Project description:Four large cryptic plasmids were identified in the salmon pathogen Piscirickettsia salmonis reference strain LF-89. These plasmids appeared highly novel, with less than 7% nucleotidic identity to the nr plasmid database. Plasmid copy number analysis revealed that they are harbored in chromosome equivalent ratios. In addition to plasmid-related genes (plasmidial autonomous replication, partitioning, maintenance, and mobilization genes), mobile genetic elements such as transposases, integrases, and prophage sequences were also identified in P. salmonis plasmids. However, bacterial lysis was not observed upon the induction of prophages. A total of twelve putative virulence factors (VFs) were identified, in addition to two global transcriptional regulators, the widely conserved CsrA protein and the regulator Crp/Fnr. Eleven of the putative VFs were overexpressed during infection in two salmon-derived cellular infection models, supporting their role as VFs. The ubiquity of these plasmids was also confirmed by sequence similarity in the genomes of other P. salmonis strains. The ontology of P. salmonis plasmids suggests a role in bacterial fitness and adaptation to the environment as they encode proteins related to mobilization, nutrient transport and utilization, and bacterial virulence. Further functional characterization of P. salmonis plasmids may improve our knowledge regarding virulence and mobile elements in this intracellular pathogen.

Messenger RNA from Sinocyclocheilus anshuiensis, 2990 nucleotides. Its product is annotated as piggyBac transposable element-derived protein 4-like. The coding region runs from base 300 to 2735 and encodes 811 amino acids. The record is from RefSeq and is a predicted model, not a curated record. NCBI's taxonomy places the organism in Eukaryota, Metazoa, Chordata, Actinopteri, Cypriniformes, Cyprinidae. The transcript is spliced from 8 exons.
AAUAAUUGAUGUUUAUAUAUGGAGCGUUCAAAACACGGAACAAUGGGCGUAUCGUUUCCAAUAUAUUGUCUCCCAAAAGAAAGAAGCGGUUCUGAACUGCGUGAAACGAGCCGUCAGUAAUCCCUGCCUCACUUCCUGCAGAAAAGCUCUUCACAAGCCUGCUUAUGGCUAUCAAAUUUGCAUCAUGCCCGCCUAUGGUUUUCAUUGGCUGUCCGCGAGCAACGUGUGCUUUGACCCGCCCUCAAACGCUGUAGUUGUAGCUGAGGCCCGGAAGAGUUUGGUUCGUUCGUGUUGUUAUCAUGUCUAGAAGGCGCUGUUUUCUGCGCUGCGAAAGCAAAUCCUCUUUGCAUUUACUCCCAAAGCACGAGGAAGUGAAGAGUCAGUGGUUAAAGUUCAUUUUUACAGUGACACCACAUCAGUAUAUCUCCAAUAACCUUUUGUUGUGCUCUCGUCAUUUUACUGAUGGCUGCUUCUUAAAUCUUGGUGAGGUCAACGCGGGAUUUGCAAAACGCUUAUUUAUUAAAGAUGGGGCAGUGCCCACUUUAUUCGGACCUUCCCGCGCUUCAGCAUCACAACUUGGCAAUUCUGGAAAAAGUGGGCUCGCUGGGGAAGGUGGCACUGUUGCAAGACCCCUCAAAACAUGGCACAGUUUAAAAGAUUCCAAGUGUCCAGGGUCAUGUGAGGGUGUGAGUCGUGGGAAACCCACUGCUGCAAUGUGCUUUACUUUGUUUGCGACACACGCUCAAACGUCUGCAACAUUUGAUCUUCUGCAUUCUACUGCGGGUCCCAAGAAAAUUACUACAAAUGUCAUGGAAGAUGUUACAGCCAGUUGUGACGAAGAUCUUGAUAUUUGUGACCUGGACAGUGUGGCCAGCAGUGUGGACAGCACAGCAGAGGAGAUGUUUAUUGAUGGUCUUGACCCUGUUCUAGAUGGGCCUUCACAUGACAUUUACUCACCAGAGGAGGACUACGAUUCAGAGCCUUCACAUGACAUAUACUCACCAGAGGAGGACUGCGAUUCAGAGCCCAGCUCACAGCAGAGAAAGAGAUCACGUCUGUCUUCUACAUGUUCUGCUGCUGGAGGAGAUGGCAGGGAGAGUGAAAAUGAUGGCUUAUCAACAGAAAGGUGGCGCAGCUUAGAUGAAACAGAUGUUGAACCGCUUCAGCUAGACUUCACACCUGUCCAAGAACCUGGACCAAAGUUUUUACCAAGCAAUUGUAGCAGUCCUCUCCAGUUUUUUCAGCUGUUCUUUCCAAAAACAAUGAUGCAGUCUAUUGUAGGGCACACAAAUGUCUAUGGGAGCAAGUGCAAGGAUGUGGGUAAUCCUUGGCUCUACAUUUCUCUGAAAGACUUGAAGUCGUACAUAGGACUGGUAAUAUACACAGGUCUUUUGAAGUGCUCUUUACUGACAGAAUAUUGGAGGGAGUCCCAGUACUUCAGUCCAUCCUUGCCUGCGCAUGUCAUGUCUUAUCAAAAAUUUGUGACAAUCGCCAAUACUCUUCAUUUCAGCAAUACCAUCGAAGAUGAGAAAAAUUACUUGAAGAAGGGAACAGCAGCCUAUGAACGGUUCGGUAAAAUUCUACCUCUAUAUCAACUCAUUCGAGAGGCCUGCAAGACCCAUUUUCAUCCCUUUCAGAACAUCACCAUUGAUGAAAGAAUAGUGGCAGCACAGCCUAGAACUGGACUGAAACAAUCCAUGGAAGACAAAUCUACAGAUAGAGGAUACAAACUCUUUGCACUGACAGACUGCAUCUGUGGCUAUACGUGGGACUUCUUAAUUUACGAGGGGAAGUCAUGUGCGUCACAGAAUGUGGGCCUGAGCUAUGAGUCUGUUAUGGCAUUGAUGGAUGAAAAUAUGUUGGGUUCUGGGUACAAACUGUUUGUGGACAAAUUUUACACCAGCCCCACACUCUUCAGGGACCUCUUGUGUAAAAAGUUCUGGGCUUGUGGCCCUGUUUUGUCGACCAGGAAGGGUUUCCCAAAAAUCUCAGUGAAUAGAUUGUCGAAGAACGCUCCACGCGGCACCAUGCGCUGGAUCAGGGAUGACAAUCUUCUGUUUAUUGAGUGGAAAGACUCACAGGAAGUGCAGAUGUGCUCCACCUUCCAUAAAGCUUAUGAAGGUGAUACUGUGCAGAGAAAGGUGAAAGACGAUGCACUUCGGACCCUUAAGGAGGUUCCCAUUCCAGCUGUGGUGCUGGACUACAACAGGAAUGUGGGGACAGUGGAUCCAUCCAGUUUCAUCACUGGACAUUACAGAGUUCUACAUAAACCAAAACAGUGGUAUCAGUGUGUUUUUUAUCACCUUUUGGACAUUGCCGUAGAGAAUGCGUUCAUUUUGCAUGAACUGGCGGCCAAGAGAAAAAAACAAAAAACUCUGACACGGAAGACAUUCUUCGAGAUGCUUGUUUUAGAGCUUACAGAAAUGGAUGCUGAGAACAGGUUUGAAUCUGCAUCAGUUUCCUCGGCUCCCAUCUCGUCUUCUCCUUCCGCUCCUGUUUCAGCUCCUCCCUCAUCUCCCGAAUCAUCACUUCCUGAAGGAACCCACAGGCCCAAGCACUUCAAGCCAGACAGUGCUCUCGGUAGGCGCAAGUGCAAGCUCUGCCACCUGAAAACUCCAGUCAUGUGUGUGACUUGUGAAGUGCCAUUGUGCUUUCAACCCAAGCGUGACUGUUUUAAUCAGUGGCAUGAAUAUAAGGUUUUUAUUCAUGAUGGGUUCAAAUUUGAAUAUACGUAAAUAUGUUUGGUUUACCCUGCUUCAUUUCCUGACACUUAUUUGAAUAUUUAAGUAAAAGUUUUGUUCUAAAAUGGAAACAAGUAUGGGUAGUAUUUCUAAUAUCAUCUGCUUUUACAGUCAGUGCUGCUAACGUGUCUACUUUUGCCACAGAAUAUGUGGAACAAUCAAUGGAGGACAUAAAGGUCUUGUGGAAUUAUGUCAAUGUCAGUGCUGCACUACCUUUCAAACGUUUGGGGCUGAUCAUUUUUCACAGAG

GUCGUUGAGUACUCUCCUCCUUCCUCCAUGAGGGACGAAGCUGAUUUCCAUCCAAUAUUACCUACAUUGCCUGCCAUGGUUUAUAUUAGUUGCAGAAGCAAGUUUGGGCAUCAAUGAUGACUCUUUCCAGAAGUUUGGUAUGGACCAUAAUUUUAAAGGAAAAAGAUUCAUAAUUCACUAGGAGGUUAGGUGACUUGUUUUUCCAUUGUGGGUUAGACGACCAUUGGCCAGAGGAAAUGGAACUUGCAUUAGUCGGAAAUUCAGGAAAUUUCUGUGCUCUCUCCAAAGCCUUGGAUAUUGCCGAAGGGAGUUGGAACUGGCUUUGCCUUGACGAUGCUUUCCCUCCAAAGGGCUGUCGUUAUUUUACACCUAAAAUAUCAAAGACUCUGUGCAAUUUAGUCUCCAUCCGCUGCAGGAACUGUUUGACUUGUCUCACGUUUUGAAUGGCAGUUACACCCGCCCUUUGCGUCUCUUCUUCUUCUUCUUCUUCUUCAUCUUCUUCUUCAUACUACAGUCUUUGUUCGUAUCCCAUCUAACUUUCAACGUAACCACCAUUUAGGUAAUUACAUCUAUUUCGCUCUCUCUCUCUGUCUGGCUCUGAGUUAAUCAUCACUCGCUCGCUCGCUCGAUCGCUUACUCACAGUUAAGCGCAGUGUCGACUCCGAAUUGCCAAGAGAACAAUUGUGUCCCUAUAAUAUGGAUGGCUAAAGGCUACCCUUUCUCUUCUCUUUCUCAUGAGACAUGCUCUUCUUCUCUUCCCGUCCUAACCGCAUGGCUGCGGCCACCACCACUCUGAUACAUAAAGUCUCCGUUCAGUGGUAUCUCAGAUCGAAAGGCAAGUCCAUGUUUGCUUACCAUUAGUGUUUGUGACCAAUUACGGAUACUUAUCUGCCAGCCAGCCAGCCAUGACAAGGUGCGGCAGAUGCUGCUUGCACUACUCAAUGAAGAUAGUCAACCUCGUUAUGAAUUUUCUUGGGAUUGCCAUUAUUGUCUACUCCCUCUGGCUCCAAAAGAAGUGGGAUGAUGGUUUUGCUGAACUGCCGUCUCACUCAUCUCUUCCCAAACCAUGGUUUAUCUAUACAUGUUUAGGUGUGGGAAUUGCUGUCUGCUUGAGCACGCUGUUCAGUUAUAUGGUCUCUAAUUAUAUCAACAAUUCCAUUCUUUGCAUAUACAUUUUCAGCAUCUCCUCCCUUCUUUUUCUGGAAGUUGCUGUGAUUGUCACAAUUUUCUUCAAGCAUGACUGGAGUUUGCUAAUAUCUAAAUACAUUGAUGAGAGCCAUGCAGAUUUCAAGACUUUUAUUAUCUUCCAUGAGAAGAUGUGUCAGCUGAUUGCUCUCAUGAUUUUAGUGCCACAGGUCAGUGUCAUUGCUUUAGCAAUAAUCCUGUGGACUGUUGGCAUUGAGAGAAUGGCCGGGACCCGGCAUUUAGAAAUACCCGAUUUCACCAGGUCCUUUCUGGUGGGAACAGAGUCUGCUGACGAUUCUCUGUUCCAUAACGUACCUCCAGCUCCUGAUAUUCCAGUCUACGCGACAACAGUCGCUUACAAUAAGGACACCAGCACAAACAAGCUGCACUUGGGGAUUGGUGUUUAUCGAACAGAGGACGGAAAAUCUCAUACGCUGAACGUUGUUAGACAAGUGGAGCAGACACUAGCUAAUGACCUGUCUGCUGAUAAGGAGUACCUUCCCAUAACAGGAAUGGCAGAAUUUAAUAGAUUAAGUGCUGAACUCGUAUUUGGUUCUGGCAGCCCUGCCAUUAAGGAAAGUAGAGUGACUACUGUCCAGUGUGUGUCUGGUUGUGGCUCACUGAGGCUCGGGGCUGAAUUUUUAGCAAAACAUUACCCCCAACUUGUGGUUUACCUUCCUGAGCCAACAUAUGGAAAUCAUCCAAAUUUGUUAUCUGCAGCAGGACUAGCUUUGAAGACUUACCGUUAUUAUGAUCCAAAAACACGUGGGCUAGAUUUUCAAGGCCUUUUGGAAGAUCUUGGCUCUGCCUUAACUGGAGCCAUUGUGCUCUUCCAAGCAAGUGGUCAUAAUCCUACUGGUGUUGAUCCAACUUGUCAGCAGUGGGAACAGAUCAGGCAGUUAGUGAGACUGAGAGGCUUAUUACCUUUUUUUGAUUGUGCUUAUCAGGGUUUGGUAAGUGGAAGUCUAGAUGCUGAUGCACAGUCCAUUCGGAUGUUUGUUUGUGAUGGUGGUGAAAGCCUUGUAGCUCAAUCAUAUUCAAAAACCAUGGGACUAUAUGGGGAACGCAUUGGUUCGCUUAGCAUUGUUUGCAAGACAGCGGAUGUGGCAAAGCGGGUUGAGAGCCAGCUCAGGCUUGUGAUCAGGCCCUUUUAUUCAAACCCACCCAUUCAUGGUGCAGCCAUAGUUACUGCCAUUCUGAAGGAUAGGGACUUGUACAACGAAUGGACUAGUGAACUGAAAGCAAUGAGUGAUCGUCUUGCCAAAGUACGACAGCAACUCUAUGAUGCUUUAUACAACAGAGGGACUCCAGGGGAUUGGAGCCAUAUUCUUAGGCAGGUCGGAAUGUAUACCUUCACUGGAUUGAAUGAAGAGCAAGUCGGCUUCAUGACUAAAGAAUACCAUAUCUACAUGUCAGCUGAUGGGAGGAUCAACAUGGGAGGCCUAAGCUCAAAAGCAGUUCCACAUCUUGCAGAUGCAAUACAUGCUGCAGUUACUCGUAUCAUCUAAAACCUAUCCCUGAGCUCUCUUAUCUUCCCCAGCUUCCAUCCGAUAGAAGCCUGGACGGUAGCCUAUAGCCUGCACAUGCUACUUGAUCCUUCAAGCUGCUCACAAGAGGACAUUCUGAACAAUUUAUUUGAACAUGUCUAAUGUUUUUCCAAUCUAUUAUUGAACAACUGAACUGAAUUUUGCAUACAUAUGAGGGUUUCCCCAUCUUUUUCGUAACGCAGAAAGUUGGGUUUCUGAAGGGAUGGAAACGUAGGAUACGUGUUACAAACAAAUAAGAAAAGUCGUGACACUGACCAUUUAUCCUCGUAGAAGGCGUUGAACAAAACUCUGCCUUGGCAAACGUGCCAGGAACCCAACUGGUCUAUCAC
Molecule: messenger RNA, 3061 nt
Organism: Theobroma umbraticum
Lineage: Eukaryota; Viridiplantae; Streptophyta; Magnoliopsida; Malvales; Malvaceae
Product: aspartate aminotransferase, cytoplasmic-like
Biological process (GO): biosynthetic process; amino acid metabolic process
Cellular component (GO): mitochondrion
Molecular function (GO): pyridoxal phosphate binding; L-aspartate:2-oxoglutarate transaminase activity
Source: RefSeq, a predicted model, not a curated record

Project description:The aquaculture industry has confronted severe economic losses due to infectious diseases in the last years. Piscirickettsiosis or Salmonid Rickettsial Septicaemia (SRS) is the bacterial disease caused by Piscirickettsia salmonis. This Gram-negative, non-motile, cellular pathogen has the ability to infect, survive, replicate, and propagate in salmonid monocytes/macrophages generating a systemic infection characterized by the colonization of several organs including kidney, liver, spleen, intestine, brain, ovary and gills. In this study, we attempted to determine whether global gene expression differences can be detected in different genetic groups of Atlantic salmon as a result of Piscirickettsia salmonis infection. Moreover, we sought to characterize the fish transcriptional response in order to reveal the mechanisms that might confer resistance in Atlantic salmon to an infection with Piscirickettsia salmonis. In doing so, after challenging with Piscirickettsia salmonis, we selected the families with the highest (HS) and the lowest (LS) recorded susceptibility for gene expression analysis using 32K cGRASP microarrays. Our results revealed in LS families expression changes are linked to iron depletion, as well as, low contents of iron in kidney cells and low bacterial load, indicated that the iron-withholding strategy of innate immunity is part of the mechanism of resistance against Piscirickettsia salmonis. This information contributes to elucidate the underlying mechanisms of resistance to Piscirickettsia salmonis infection in Atlantic salmon and to identify new candidate genes for selective breeding programmes. Forty full-sibling families of Atlantic salmon (Salmo salar) were infected by intraperitoneal injection with 0.2 mL Piscirickettsia salmonis (PS889, isolated from Oncorhynchus kisutch, 1×104 PFU/mL). After forty days, the fishes were harvested and the cumulative mortality (dead fish / total fish) for each family was calculated. For the second challenge, the six families with the highest cumulative mortality levels were considered of relatively high susceptibility (HS) and the six families with the lowest cumulative mortality levels were considered of relatively low susceptibility (LS) to the infection. Five control and five infected fish from three HS and three LS families were analyzed. For each HS and LS family, pools of RNA from control and infected fish were prepared separately and were reverse transcribed. Four slides were for each used family hybridized including two dye-swaped slides. Labeled samples were hybridized on a 32K cDNA microarray, developed at the Consortium for Genomics Research on All Salmonids Project (cGRASP), GEO accession number: GPL8904.